A North Korea-manufactured drone. The United Nations Security Council Sanctions Committee is likely to suggest a ban on the sale of drones to North Korea, because China-made aircraft are being deployed by Pyongyang for military use. File Photo by Yonhap
SEOUL, Feb. 5 (UPI) -- The United Nations Security Council Sanctions Committee is likely to suggest a ban on the sale of drones to North Korea, because China-made aircraft are being deployed by Pyongyang for military use, according to Japan press.
A panel of committee experts had suggested in a report that North Korea's reconnaissance administration was operating drones that were likely modified versions of China's UV10 drones, manufactured by Beijing-based Microfly Engineering Technology, Kyodo News reported.
The report stated the Chinese company does not ship the drones directly, but through an intermediary or broker.
Experts recommended the drones, used on North Korean reconnaissance missions, should be classified as items related to the development of North Korean ballistic missile technology, and added to a list of banned items.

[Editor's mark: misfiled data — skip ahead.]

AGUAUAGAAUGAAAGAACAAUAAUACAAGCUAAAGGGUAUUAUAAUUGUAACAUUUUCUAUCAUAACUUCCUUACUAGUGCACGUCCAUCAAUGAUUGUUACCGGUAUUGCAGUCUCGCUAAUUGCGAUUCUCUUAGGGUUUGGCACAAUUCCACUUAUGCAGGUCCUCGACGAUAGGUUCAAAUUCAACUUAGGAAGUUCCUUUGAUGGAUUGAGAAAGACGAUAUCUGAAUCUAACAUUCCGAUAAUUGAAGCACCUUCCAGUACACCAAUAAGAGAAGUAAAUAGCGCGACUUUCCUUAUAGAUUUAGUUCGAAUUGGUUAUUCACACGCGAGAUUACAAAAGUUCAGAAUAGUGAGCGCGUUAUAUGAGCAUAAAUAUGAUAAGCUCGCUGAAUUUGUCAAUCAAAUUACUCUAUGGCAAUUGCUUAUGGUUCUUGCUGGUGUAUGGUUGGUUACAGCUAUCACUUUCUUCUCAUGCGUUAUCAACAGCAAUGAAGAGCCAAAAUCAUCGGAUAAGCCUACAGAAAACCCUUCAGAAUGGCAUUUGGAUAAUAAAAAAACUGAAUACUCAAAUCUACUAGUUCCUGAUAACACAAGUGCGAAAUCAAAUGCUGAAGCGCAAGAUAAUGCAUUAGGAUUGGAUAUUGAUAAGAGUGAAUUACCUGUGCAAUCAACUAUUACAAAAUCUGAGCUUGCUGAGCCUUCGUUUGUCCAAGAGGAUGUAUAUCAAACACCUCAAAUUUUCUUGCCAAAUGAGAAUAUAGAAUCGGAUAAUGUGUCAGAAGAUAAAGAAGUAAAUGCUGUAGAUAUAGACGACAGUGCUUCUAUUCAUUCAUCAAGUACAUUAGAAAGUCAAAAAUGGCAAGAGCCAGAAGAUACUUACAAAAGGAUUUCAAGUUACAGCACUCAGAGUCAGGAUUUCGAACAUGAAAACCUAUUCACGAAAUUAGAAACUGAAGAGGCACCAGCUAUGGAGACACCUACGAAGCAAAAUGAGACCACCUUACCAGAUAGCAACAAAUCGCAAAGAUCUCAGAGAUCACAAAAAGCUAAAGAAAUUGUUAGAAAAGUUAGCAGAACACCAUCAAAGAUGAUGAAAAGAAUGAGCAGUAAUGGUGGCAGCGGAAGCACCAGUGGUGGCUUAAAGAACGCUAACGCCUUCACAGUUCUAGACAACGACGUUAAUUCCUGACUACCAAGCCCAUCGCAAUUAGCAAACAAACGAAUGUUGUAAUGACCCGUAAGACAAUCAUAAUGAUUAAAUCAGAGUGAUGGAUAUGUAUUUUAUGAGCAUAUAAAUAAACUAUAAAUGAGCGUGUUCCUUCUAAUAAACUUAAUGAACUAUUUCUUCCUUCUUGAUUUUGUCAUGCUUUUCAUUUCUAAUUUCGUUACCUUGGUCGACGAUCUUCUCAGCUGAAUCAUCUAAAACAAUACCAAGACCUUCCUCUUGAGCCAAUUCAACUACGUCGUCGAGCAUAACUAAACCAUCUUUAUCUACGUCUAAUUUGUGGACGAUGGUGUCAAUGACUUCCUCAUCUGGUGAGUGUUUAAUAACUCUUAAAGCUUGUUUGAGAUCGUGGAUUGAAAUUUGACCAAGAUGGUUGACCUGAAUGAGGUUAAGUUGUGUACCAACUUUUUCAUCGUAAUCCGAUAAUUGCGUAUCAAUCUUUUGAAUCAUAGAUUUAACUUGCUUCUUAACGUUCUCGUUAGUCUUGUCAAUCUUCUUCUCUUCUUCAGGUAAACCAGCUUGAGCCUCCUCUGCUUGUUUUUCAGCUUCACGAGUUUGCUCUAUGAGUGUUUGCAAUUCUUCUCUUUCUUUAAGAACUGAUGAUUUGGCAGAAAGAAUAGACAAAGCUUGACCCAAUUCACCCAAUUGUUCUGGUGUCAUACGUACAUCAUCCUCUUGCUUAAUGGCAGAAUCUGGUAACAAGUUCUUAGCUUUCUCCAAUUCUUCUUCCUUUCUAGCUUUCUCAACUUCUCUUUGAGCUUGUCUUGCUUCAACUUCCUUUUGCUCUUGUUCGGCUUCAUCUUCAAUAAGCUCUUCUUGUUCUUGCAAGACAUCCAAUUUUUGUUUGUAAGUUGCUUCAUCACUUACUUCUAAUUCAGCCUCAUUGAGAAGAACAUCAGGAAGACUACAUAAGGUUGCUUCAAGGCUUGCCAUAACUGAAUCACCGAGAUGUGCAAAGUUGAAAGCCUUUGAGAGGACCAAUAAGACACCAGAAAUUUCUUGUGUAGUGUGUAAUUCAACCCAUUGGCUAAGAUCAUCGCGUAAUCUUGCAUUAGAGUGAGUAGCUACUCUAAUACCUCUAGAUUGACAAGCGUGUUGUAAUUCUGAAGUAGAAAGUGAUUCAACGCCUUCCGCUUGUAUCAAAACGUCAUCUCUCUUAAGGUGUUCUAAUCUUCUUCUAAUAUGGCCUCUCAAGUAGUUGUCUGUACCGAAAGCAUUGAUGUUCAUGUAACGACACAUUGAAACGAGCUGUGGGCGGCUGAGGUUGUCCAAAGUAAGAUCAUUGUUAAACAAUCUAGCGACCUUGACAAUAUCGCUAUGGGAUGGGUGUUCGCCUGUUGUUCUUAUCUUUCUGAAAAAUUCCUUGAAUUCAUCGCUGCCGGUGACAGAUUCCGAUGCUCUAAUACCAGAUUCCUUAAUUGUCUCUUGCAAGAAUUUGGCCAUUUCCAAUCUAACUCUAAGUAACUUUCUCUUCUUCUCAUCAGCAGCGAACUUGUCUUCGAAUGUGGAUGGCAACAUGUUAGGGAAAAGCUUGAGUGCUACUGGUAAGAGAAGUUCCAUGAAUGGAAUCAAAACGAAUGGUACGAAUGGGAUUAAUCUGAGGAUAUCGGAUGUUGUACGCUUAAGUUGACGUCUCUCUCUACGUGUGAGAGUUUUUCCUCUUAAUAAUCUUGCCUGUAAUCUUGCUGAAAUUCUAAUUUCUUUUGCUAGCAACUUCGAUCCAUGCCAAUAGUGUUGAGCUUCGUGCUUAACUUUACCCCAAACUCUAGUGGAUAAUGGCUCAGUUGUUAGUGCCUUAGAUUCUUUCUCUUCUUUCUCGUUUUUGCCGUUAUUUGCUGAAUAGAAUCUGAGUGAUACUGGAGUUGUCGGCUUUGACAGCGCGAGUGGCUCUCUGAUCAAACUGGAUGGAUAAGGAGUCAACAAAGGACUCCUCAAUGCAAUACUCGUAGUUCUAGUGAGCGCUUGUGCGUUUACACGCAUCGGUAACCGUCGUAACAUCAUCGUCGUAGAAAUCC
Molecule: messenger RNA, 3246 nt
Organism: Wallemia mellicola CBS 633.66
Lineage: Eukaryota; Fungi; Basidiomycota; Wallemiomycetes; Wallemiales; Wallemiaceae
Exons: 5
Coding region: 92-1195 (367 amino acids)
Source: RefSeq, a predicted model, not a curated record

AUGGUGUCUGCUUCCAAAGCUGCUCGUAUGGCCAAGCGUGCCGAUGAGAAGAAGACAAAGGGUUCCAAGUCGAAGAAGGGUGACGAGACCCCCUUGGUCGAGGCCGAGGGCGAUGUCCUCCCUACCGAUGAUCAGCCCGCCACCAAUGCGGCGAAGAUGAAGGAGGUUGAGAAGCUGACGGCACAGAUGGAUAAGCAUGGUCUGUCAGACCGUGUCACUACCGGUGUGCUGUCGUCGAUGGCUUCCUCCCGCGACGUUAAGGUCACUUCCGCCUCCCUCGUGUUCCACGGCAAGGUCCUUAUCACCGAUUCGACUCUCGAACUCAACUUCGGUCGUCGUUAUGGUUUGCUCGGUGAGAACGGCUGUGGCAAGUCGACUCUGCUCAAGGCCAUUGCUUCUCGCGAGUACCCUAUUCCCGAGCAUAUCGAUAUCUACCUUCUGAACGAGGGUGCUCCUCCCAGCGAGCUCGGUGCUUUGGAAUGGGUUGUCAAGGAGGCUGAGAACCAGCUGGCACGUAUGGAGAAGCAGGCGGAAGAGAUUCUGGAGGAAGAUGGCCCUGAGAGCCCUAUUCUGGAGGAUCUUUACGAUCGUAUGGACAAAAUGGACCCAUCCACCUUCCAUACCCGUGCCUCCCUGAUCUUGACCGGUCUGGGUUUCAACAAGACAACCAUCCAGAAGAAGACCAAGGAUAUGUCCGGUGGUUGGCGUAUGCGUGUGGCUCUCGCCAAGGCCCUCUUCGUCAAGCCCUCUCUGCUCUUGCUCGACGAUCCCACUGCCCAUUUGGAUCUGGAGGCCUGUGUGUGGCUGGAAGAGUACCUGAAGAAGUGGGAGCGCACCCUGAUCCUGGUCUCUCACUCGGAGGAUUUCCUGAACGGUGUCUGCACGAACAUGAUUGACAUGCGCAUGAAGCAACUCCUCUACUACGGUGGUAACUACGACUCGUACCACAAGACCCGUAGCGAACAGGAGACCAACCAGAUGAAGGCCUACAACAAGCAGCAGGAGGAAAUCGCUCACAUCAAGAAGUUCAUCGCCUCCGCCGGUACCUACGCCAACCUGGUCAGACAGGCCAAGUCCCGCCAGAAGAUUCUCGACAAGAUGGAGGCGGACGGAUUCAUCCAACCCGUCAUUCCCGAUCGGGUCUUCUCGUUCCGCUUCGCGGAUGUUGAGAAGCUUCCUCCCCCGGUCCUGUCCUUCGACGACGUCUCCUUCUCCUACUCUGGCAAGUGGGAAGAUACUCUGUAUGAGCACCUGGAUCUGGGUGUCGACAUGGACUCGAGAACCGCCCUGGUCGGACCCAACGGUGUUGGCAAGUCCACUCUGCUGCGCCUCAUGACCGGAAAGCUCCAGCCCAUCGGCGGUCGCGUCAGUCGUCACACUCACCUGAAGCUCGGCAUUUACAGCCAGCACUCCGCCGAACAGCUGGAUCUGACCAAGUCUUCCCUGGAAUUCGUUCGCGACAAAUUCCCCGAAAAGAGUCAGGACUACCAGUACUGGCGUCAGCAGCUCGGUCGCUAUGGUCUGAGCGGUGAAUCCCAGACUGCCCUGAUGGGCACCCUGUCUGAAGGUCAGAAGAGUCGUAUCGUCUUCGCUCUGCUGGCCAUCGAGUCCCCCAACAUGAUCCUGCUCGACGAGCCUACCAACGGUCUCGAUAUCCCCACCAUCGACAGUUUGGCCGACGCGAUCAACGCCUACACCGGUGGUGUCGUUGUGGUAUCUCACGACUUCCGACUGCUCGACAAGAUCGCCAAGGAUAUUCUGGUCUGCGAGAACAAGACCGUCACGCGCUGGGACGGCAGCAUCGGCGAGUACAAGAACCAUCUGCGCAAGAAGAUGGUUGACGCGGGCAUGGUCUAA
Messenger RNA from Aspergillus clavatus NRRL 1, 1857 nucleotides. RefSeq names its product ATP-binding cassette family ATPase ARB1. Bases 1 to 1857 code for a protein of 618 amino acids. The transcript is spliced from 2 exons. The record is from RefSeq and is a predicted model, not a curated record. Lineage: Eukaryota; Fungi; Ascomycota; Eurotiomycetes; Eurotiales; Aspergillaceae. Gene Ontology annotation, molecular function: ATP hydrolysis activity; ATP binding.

North Korea is already under U.N. sanctions for past nuclear tests, and the country most recently tested a fourth weapon on Jan. 6 and has announced plans to launch a rocket for the purpose of sending an "earth observation satellite" into space.
Critics say the satellite launch is a cover for a test of Pyongyang's ballistic missiles.
In January, North Korea flew a drone across the demilitarized zone, prompting South Korean soldiers to fire warning shots at the intruding aircraft. The drone turned back after the shots were fired.
South Korea military remains on high alert after the North's announcement of its rocket launch, which, according to Pyongyang, is scheduled to take place between Feb. 8 and 25, South Korean newspaper Asia Business reported.
North Korea has started injecting fuel into its long-range missile and is on the brink of a launch, according to a Pentagon official who spoke on the condition of anonymity.
Seoul has deployed two Aegis-class destroyers equipped with naval radars, including the SPY-1D, to detect North Korea missiles.